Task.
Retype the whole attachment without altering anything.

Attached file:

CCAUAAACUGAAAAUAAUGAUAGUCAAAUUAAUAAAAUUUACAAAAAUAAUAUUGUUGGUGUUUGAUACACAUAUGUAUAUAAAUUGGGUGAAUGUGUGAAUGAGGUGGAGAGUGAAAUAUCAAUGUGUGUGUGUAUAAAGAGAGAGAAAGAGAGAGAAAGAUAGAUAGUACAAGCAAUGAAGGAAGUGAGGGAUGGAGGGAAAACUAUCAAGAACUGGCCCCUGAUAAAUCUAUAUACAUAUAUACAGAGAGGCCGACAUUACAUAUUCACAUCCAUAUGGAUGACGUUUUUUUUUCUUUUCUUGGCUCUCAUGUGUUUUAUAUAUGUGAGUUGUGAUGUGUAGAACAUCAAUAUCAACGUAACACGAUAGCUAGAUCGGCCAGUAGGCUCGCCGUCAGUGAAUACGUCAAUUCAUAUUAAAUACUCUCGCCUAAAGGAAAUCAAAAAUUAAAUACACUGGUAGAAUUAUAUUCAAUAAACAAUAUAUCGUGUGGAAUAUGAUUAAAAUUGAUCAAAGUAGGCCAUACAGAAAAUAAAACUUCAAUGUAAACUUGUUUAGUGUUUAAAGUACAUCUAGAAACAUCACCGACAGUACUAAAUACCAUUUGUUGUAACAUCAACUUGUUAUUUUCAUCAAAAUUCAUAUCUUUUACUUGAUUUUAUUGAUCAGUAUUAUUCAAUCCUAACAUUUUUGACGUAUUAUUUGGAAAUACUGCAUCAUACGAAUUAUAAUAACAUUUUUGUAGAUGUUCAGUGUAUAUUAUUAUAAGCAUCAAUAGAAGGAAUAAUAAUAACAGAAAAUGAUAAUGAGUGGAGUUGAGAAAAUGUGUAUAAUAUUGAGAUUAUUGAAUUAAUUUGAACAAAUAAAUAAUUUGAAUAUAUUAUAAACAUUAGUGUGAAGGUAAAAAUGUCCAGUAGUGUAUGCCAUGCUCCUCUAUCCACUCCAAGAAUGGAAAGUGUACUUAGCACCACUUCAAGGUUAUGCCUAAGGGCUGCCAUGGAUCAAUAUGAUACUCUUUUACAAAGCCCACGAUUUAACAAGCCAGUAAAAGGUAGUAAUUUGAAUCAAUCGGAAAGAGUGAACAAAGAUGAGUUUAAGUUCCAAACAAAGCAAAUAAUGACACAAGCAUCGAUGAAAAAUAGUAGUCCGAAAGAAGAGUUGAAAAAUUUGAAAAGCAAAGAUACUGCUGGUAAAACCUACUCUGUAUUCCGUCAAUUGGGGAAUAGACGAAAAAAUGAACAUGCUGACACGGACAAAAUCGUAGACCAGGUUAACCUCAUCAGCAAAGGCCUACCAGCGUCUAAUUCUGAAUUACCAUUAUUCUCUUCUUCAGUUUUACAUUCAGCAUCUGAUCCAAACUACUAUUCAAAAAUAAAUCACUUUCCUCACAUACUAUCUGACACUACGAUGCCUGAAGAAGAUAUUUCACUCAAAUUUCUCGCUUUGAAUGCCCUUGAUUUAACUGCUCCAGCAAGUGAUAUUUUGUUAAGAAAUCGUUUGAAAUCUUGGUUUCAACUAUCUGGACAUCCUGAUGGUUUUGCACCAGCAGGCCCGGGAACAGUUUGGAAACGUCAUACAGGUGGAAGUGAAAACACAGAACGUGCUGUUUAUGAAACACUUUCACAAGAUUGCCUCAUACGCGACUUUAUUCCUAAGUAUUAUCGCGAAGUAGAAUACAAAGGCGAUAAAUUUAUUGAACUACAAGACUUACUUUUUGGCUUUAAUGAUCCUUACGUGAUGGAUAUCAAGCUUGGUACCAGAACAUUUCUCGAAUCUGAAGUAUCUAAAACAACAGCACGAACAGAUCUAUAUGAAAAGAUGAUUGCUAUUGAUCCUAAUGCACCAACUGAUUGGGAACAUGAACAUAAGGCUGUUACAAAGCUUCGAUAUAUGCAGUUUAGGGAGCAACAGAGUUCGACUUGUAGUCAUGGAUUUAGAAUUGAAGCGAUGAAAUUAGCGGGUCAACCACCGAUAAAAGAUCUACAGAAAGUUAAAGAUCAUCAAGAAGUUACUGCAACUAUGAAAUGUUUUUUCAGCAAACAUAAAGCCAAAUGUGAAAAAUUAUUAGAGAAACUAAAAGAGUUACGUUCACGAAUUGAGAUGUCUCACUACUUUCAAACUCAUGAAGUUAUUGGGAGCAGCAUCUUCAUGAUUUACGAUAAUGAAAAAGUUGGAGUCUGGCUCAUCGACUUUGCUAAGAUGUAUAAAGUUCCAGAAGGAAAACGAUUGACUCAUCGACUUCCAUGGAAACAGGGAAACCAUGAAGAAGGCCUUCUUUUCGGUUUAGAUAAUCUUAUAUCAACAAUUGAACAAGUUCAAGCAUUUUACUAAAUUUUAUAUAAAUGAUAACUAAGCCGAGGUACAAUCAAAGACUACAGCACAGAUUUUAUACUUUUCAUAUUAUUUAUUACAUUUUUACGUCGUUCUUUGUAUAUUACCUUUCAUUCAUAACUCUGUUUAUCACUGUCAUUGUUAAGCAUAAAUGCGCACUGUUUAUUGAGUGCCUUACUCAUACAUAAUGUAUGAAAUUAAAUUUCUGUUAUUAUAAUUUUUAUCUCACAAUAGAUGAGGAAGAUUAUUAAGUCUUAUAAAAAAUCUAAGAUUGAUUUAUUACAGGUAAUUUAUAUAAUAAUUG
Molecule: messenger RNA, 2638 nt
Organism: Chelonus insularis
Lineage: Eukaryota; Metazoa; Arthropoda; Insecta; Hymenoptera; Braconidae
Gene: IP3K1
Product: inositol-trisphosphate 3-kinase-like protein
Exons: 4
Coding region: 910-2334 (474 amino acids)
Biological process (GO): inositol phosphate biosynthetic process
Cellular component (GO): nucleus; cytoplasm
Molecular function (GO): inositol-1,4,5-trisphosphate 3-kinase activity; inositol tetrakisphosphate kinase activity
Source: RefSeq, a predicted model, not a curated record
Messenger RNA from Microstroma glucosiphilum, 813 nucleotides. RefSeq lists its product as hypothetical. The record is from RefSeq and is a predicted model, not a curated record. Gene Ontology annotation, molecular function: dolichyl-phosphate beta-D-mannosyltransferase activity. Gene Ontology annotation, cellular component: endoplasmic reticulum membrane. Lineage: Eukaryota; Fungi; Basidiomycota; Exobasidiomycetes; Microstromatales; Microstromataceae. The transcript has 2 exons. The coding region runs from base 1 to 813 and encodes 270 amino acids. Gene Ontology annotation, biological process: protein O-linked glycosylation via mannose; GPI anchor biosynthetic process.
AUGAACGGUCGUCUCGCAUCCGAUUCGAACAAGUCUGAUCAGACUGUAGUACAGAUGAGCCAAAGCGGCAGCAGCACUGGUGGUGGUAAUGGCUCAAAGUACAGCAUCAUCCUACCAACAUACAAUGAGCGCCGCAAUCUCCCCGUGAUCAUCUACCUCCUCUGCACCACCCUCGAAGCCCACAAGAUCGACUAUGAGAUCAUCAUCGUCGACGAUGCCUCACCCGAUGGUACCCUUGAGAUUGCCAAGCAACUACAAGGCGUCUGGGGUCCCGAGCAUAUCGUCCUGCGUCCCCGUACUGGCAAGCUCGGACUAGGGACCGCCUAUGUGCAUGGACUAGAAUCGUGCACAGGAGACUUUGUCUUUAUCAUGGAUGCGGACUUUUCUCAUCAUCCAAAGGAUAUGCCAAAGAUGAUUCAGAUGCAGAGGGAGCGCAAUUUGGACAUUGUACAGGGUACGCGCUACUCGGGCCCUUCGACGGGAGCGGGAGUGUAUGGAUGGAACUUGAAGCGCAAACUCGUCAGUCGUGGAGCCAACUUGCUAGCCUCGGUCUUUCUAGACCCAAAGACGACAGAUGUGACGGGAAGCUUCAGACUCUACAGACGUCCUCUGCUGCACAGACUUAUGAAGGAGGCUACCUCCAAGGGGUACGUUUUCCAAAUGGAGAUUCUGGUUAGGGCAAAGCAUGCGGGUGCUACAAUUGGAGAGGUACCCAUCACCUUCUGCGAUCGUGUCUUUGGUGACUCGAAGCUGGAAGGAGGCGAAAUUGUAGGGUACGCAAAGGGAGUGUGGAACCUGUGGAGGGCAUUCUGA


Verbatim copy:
CCAUAAACUGAAAAUAAUGAUAGUCAAAUUAAUAAAAUUUACAAAAAUAAUAUUGUUGGUGUUUGAUACACAUAUGUAUAUAAAUUGGGUGAAUGUGUGAAUGAGGUGGAGAGUGAAAUAUCAAUGUGUGUGUGUAUAAAGAGAGAGAAAGAGAGAGAAAGAUAGAUAGUACAAGCAAUGAAGGAAGUGAGGGAUGGAGGGAAAACUAUCAAGAACUGGCCCCUGAUAAAUCUAUAUACAUAUAUACAGAGAGGCCGACAUUACAUAUUCACAUCCAUAUGGAUGACGUUUUUUUUUCUUUUCUUGGCUCUCAUGUGUUUUAUAUAUGUGAGUUGUGAUGUGUAGAACAUCAAUAUCAACGUAACACGAUAGCUAGAUCGGCCAGUAGGCUCGCCGUCAGUGAAUACGUCAAUUCAUAUUAAAUACUCUCGCCUAAAGGAAAUCAAAAAUUAAAUACACUGGUAGAAUUAUAUUCAAUAAACAAUAUAUCGUGUGGAAUAUGAUUAAAAUUGAUCAAAGUAGGCCAUACAGAAAAUAAAACUUCAAUGUAAACUUGUUUAGUGUUUAAAGUACAUCUAGAAACAUCACCGACAGUACUAAAUACCAUUUGUUGUAACAUCAACUUGUUAUUUUCAUCAAAAUUCAUAUCUUUUACUUGAUUUUAUUGAUCAGUAUUAUUCAAUCCUAACAUUUUUGACGUAUUAUUUGGAAAUACUGCAUCAUACGAAUUAUAAUAACAUUUUUGUAGAUGUUCAGUGUAUAUUAUUAUAAGCAUCAAUAGAAGGAAUAAUAAUAACAGAAAAUGAUAAUGAGUGGAGUUGAGAAAAUGUGUAUAAUAUUGAGAUUAUUGAAUUAAUUUGAACAAAUAAAUAAUUUGAAUAUAUUAUAAACAUUAGUGUGAAGGUAAAAAUGUCCAGUAGUGUAUGCCAUGCUCCUCUAUCCACUCCAAGAAUGGAAAGUGUACUUAGCACCACUUCAAGGUUAUGCCUAAGGGCUGCCAUGGAUCAAUAUGAUACUCUUUUACAAAGCCCACGAUUUAACAAGCCAGUAAAAGGUAGUAAUUUGAAUCAAUCGGAAAGAGUGAACAAAGAUGAGUUUAAGUUCCAAACAAAGCAAAUAAUGACACAAGCAUCGAUGAAAAAUAGUAGUCCGAAAGAAGAGUUGAAAAAUUUGAAAAGCAAAGAUACUGCUGGUAAAACCUACUCUGUAUUCCGUCAAUUGGGGAAUAGACGAAAAAAUGAACAUGCUGACACGGACAAAAUCGUAGACCAGGUUAACCUCAUCAGCAAAGGCCUACCAGCGUCUAAUUCUGAAUUACCAUUAUUCUCUUCUUCAGUUUUACAUUCAGCAUCUGAUCCAAACUACUAUUCAAAAAUAAAUCACUUUCCUCACAUACUAUCUGACACUACGAUGCCUGAAGAAGAUAUUUCACUCAAAUUUCUCGCUUUGAAUGCCCUUGAUUUAACUGCUCCAGCAAGUGAUAUUUUGUUAAGAAAUCGUUUGAAAUCUUGGUUUCAACUAUCUGGACAUCCUGAUGGUUUUGCACCAGCAGGCCCGGGAACAGUUUGGAAACGUCAUACAGGUGGAAGUGAAAACACAGAACGUGCUGUUUAUGAAACACUUUCACAAGAUUGCCUCAUACGCGACUUUAUUCCUAAGUAUUAUCGCGAAGUAGAAUACAAAGGCGAUAAAUUUAUUGAACUACAAGACUUACUUUUUGGCUUUAAUGAUCCUUACGUGAUGGAUAUCAAGCUUGGUACCAGAACAUUUCUCGAAUCUGAAGUAUCUAAAACAACAGCACGAACAGAUCUAUAUGAAAAGAUGAUUGCUAUUGAUCCUAAUGCACCAACUGAUUGGGAACAUGAACAUAAGGCUGUUACAAAGCUUCGAUAUAUGCAGUUUAGGGAGCAACAGAGUUCGACUUGUAGUCAUGGAUUUAGAAUUGAAGCGAUGAAAUUAGCGGGUCAACCACCGAUAAAAGAUCUACAGAAAGUUAAAGAUCAUCAAGAAGUUACUGCAACUAUGAAAUGUUUUUUCAGCAAACAUAAAGCCAAAUGUGAAAAAUUAUUAGAGAAACUAAAAGAGUUACGUUCACGAAUUGAGAUGUCUCACUACUUUCAAACUCAUGAAGUUAUUGGGAGCAGCAUCUUCAUGAUUUACGAUAAUGAAAAAGUUGGAGUCUGGCUCAUCGACUUUGCUAAGAUGUAUAAAGUUCCAGAAGGAAAACGAUUGACUCAUCGACUUCCAUGGAAACAGGGAAACCAUGAAGAAGGCCUUCUUUUCGGUUUAGAUAAUCUUAUAUCAACAAUUGAACAAGUUCAAGCAUUUUACUAAAUUUUAUAUAAAUGAUAACUAAGCCGAGGUACAAUCAAAGACUACAGCACAGAUUUUAUACUUUUCAUAUUAUUUAUUACAUUUUUACGUCGUUCUUUGUAUAUUACCUUUCAUUCAUAACUCUGUUUAUCACUGUCAUUGUUAAGCAUAAAUGCGCACUGUUUAUUGAGUGCCUUACUCAUACAUAAUGUAUGAAAUUAAAUUUCUGUUAUUAUAAUUUUUAUCUCACAAUAGAUGAGGAAGAUUAUUAAGUCUUAUAAAAAAUCUAAGAUUGAUUUAUUACAGGUAAUUUAUAUAAUAAUUG
Molecule: messenger RNA, 2638 nt
Organism: Chelonus insularis
Lineage: Eukaryota; Metazoa; Arthropoda; Insecta; Hymenoptera; Braconidae
Gene: IP3K1
Product: inositol-trisphosphate 3-kinase-like protein
Exons: 4
Coding region: 910-2334 (474 amino acids)
Biological process (GO): inositol phosphate biosynthetic process
Cellular component (GO): nucleus; cytoplasm
Molecular function (GO): inositol-1,4,5-trisphosphate 3-kinase activity; inositol tetrakisphosphate kinase activity
Source: RefSeq, a predicted model, not a curated record
Messenger RNA from Microstroma glucosiphilum, 813 nucleotides. RefSeq lists its product as hypothetical. The record is from RefSeq and is a predicted model, not a curated record. Gene Ontology annotation, molecular function: dolichyl-phosphate beta-D-mannosyltransferase activity. Gene Ontology annotation, cellular component: endoplasmic reticulum membrane. Lineage: Eukaryota; Fungi; Basidiomycota; Exobasidiomycetes; Microstromatales; Microstromataceae. The transcript has 2 exons. The coding region runs from base 1 to 813 and encodes 270 amino acids. Gene Ontology annotation, biological process: protein O-linked glycosylation via mannose; GPI anchor biosynthetic process.
AUGAACGGUCGUCUCGCAUCCGAUUCGAACAAGUCUGAUCAGACUGUAGUACAGAUGAGCCAAAGCGGCAGCAGCACUGGUGGUGGUAAUGGCUCAAAGUACAGCAUCAUCCUACCAACAUACAAUGAGCGCCGCAAUCUCCCCGUGAUCAUCUACCUCCUCUGCACCACCCUCGAAGCCCACAAGAUCGACUAUGAGAUCAUCAUCGUCGACGAUGCCUCACCCGAUGGUACCCUUGAGAUUGCCAAGCAACUACAAGGCGUCUGGGGUCCCGAGCAUAUCGUCCUGCGUCCCCGUACUGGCAAGCUCGGACUAGGGACCGCCUAUGUGCAUGGACUAGAAUCGUGCACAGGAGACUUUGUCUUUAUCAUGGAUGCGGACUUUUCUCAUCAUCCAAAGGAUAUGCCAAAGAUGAUUCAGAUGCAGAGGGAGCGCAAUUUGGACAUUGUACAGGGUACGCGCUACUCGGGCCCUUCGACGGGAGCGGGAGUGUAUGGAUGGAACUUGAAGCGCAAACUCGUCAGUCGUGGAGCCAACUUGCUAGCCUCGGUCUUUCUAGACCCAAAGACGACAGAUGUGACGGGAAGCUUCAGACUCUACAGACGUCCUCUGCUGCACAGACUUAUGAAGGAGGCUACCUCCAAGGGGUACGUUUUCCAAAUGGAGAUUCUGGUUAGGGCAAAGCAUGCGGGUGCUACAAUUGGAGAGGUACCCAUCACCUUCUGCGAUCGUGUCUUUGGUGACUCGAAGCUGGAAGGAGGCGAAAUUGUAGGGUACGCAAAGGGAGUGUGGAACCUGUGGAGGGCAUUCUGA